Despite extraordinary efforts focused on understanding the mechanisms underlying amyotrophic lateral sclerosis (ALS), a cure or treatment for this devastating disease remains elusive. Mutations in two RNA binding proteins, TAR DNA binding protein 43 (TDP43) and Fused in sarcoma/translocated in liposarcoma (FUS/TLS or FUS), cause some forms of familial ALS. In order to study the effects of mutations in FUS and TDP43 expressed at endogenous levels in a homogeneous cell population relevant to disease, the experiments proposed utilize patient-derived induced pluripotent stem cells (iPSCs) differentiated into motor neurons (iMNs). To address the hypothesis that mutations in FUS and TDP-43 alter RNA binding across the motor neuron transcriptome, that these alterations lead to changes in RNA metabolism, and ultimately to an ALS phenotype, I will assess changes in binding of the mutant compared to wild-type proteins using HiTS-CLIP (High Throughput Sequencing with Cross-Linking and ImmunoPrecipitation) technology. Preliminary data reveal that mutant TDP-43 binds differently to RNA than the wild type protein in our iMN system. Through preliminary studies, I have derived a MT FUS iPS cell line and optimized the immunoprecipitation of FUS from iMNs. I am using innovative bioinformatics tools to extract relevant binding differences from my data, in conjunction with already obtained deep sequencing data. The proposed studies will reveal how mutations in RNA binding proteins alter protein-RNA interactions, and thereby RNA metabolism. They will provide insight into motor neuron-specific mechanisms of RNA metabolism and how single base pair mutations can perturb these mechanisms.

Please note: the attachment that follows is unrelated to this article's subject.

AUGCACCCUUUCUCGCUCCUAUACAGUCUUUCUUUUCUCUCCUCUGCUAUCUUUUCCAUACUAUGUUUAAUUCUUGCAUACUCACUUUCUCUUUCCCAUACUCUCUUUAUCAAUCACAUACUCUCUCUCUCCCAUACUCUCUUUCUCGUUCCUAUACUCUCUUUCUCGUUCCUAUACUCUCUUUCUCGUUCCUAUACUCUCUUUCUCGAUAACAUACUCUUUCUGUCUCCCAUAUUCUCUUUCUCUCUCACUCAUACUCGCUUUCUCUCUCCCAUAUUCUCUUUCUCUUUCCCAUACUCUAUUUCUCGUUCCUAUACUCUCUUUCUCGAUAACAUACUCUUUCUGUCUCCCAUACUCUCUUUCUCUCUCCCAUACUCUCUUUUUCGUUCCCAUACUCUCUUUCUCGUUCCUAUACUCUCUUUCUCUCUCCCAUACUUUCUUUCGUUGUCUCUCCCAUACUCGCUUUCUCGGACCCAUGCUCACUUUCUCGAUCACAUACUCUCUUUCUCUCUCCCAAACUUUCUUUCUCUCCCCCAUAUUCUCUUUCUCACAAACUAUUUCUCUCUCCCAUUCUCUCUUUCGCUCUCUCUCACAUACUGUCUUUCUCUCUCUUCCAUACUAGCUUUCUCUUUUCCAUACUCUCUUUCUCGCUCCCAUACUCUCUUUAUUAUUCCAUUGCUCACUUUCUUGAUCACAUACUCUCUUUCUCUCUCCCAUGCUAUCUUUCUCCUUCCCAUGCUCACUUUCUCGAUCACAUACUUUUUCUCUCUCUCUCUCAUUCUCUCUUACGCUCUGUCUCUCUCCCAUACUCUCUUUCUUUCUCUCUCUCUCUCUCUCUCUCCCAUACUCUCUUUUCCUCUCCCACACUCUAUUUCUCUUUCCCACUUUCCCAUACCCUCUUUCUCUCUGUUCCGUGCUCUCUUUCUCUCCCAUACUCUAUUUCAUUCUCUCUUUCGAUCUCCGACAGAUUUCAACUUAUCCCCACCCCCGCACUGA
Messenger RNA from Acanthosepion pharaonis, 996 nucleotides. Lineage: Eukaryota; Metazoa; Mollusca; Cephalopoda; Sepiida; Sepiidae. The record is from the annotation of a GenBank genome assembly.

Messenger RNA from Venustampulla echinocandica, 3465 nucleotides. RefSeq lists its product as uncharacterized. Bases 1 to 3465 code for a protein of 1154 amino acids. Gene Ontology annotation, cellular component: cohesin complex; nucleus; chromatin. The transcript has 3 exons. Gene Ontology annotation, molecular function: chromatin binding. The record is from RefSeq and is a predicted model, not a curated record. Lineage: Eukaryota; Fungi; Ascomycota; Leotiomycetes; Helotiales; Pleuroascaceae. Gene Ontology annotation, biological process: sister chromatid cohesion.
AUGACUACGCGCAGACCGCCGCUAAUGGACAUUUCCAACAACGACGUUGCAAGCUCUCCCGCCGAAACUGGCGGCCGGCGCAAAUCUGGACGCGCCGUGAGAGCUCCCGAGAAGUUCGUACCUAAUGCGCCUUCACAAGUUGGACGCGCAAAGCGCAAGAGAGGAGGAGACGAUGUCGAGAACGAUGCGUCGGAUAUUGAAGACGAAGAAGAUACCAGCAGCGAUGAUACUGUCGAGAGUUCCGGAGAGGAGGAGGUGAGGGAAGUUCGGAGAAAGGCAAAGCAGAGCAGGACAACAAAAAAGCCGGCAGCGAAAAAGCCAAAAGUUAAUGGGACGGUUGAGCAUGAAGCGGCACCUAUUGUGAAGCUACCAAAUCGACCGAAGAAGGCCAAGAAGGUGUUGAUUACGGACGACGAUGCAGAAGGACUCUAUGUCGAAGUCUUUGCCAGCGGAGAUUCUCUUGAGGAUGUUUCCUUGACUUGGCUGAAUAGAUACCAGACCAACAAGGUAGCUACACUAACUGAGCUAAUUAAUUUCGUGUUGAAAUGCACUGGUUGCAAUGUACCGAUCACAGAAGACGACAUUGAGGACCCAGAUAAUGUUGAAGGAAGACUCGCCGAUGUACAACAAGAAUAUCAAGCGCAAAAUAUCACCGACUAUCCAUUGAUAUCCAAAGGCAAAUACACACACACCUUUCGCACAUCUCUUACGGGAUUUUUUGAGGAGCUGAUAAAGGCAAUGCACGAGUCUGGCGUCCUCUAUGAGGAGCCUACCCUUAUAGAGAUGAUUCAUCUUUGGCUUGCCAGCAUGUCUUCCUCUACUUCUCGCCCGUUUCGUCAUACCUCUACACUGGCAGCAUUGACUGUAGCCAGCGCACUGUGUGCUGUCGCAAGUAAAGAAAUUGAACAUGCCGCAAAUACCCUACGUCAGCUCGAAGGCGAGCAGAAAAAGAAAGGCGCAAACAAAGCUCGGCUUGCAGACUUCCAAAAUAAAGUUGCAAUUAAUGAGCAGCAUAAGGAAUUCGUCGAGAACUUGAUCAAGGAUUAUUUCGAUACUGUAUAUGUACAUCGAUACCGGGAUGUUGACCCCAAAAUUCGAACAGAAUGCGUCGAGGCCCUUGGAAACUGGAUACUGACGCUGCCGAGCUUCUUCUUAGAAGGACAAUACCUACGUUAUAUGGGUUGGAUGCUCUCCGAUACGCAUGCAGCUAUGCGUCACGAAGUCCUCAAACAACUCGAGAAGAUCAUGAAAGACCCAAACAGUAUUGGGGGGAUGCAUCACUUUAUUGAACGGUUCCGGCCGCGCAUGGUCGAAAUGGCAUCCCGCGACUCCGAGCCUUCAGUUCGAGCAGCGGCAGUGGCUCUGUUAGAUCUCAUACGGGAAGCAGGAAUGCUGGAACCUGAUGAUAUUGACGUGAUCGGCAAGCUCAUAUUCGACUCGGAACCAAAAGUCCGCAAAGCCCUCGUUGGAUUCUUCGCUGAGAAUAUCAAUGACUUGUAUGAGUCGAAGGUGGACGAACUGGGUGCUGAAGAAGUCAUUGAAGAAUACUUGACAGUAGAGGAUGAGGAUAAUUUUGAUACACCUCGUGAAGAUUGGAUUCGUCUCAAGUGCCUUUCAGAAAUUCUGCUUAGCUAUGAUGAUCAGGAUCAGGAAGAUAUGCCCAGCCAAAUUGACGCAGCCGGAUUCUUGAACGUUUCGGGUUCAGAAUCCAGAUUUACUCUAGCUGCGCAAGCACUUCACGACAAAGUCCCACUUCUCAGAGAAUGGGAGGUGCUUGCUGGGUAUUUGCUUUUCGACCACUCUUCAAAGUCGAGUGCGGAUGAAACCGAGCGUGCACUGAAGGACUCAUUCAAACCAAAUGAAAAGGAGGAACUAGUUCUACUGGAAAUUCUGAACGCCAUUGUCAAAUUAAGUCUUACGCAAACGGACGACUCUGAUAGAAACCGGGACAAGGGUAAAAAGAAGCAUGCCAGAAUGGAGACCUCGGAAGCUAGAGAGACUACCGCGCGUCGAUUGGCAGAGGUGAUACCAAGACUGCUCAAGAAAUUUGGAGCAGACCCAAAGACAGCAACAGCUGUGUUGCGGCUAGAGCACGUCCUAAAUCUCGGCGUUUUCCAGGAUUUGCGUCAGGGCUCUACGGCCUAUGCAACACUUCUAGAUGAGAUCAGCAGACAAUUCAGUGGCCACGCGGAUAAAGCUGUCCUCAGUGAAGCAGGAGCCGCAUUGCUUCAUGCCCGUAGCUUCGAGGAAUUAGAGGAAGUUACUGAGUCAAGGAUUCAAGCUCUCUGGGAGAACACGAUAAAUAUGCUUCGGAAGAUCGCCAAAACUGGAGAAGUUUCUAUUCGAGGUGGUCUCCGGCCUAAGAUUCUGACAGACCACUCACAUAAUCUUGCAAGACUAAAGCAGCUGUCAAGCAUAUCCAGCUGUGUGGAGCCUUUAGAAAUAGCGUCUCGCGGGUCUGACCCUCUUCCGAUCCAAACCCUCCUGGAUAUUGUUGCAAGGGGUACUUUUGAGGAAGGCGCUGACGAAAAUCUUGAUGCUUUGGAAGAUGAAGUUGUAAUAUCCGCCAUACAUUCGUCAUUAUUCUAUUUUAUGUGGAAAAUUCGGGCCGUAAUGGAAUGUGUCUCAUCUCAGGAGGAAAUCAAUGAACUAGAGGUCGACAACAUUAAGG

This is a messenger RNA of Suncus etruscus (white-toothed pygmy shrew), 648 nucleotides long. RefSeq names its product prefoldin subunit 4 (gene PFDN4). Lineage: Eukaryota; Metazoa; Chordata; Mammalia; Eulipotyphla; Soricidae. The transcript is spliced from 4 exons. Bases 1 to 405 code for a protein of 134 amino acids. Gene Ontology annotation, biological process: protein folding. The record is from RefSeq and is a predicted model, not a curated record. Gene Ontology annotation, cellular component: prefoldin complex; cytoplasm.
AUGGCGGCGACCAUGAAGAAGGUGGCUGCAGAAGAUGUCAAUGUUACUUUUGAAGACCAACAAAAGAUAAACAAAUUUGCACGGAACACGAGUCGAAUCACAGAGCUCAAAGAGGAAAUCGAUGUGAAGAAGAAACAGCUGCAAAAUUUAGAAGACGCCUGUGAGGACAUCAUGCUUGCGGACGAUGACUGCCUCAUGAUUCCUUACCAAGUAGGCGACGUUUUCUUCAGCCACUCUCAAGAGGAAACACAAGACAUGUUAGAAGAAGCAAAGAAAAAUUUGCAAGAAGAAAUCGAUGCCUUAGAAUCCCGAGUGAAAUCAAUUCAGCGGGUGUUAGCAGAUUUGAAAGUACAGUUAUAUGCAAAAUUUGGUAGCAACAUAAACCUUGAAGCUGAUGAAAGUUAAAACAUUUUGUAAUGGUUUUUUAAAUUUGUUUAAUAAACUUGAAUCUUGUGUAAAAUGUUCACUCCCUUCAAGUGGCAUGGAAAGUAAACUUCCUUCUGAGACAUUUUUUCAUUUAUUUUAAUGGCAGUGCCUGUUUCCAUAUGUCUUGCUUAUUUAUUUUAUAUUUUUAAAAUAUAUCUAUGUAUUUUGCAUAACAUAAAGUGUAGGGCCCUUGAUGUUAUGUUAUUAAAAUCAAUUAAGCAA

Public Health Relevance

Comparative analysis of endogenous interactions found separately for FUS and TDP-43 may identify common defects in RNA metabolism and contribute to the discovery of a common ALS disease mechanism. These common defects will represent ideal drug targets for the development of therapeutics to treat ALS. By providing new avenues for ALS treatment, we could significantly improve patients'quality of life, and alleviate the burden on the healthcare system of managing ALS patients.

National Institute of Health (NIH)
Predoctoral Individual National Research Service Award (F31)
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Neurological Sciences Training Initial Review Group (NST)
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Gubitz, Amelie
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Columbia University (N.Y.)
Schools of Medicine
New York
United States
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